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Europe

OSCE to Boycott Russian Presidential Vote

An ongoing row between Europe's top elections watchdog and Russia ended with a decision by the OSCE to boycott the country's presidential election, echoing events of the December parliamentary vote.

A woman walking by the election poster in Moscow

Russia will choose its new president on March 2 without OSCE observers

The Organization for Cooperation and Security in Europe said on Thursday, Feb. 7 that it would not send a delegation to Russia's March 2 presidential election because of restrictions Russia planned to impose on its operation.

Security and Cooperation in Europe's Parliamentary Assembly speaks in Moscow, Monday, Dec. 3, 2007.

Lennmarker made the OSCE decision final via official letter

The OSCE's Office for Democratic Institutions and Human Rights (ODIHR) had wanted to send the observers a full month in advance, a move opposed by Russia.

"We regret that circumstances prevent us from observing this election," OSCE spokesman Spencer Oliver told news agencies.

The president of the OSCE's parliamentary assembly, Goran Lennmarker, wrote to the head of the Russian State Parliament, Boris Gryzlov, making the decision official.

"We unfortunately cannot accept your invitation to send a limited number of observers to Russia for the presidential election taking place on March 2," he said in the letter, released to the press.

Russia deplores OSCE move

Dmitri Medvedev and Vladimir Putin in conversation in Russia

Opposition groups say the presidential vote is rigged for Medvedev, left

Russia, in return, criticized the decision.

"We believe the actions of the ODIHR are unacceptable," foreign ministry spokesman Mikhail Kamynin said in a statement. "We cannot but deeply regret this position," he added.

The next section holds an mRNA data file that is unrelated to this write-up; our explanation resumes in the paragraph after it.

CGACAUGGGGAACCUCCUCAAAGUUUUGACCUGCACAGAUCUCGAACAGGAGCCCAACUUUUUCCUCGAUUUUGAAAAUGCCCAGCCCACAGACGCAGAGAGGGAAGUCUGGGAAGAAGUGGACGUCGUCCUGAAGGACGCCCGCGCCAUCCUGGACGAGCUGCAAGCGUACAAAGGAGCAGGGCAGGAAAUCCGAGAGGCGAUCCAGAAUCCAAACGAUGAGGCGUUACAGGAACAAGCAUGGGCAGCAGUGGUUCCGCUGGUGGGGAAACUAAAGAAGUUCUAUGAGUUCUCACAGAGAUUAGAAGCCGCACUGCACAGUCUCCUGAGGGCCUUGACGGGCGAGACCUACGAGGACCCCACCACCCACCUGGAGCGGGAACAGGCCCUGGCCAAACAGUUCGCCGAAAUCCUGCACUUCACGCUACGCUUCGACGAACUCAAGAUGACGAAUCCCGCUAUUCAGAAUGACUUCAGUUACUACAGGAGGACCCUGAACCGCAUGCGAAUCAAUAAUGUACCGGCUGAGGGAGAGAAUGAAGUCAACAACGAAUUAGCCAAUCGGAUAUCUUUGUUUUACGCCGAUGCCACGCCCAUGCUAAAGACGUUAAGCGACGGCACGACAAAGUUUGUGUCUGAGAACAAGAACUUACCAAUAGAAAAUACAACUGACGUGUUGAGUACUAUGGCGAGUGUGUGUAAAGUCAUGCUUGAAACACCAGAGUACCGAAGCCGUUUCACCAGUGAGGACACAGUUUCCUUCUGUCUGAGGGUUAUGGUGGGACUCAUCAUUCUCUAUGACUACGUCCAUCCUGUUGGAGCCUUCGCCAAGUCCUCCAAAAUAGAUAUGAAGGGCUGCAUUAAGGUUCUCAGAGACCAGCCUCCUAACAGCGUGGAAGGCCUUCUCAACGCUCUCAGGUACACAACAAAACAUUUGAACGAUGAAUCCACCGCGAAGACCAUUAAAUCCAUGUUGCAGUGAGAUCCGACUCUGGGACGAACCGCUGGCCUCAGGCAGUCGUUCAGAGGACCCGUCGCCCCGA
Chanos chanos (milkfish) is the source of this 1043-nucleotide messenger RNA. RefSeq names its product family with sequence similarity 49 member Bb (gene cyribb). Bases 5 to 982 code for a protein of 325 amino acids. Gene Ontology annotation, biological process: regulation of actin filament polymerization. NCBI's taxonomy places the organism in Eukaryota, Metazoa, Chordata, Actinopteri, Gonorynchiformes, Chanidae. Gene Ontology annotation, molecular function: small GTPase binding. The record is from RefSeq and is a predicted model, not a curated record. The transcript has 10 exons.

The 320-member parliamentary assembly is made up of lawmakers from each of the OSCE's 56 member states. According to the watchdog's website, its main aim is to improve dialogue between the parliaments of those member countries.

Lennmarker's letter followed a lengthy dispute between ODIHR and Russian diplomats. The ODIHR had stepped up pressure on Moscow to allow its own observers into the country ahead of the election.

Russia announced in late January that it was inviting 400 foreign monitors to observe the vote, but ODIHR has criticized "unprecedented restrictions" imposed on the observers.

Repeat of earlier events

Earlier on Thursday, Russian Foreign Minister Sergei Lavrov said Russia refused to comply with the conditions put forward by the ODIHR.

"This is called an ultimatum," Lavrov told reporters. "Self-respecting countries do not accept ultimatums."

Lavrov said that the OSCE had "impolitely" insisted on sending observers a month before the March 2 vote, and that this was unnecessary.

The ODIHR already boycotted Russia's December parliamentary election, saying proper observation was impossible under the conditions imposed by Russia.

President Vladimir Putin, who is stepping down at the end of his second term, is expected to be replaced by his close ally Dmitry Medvedev in the presidential vote, which opposition groups say is being rigged.

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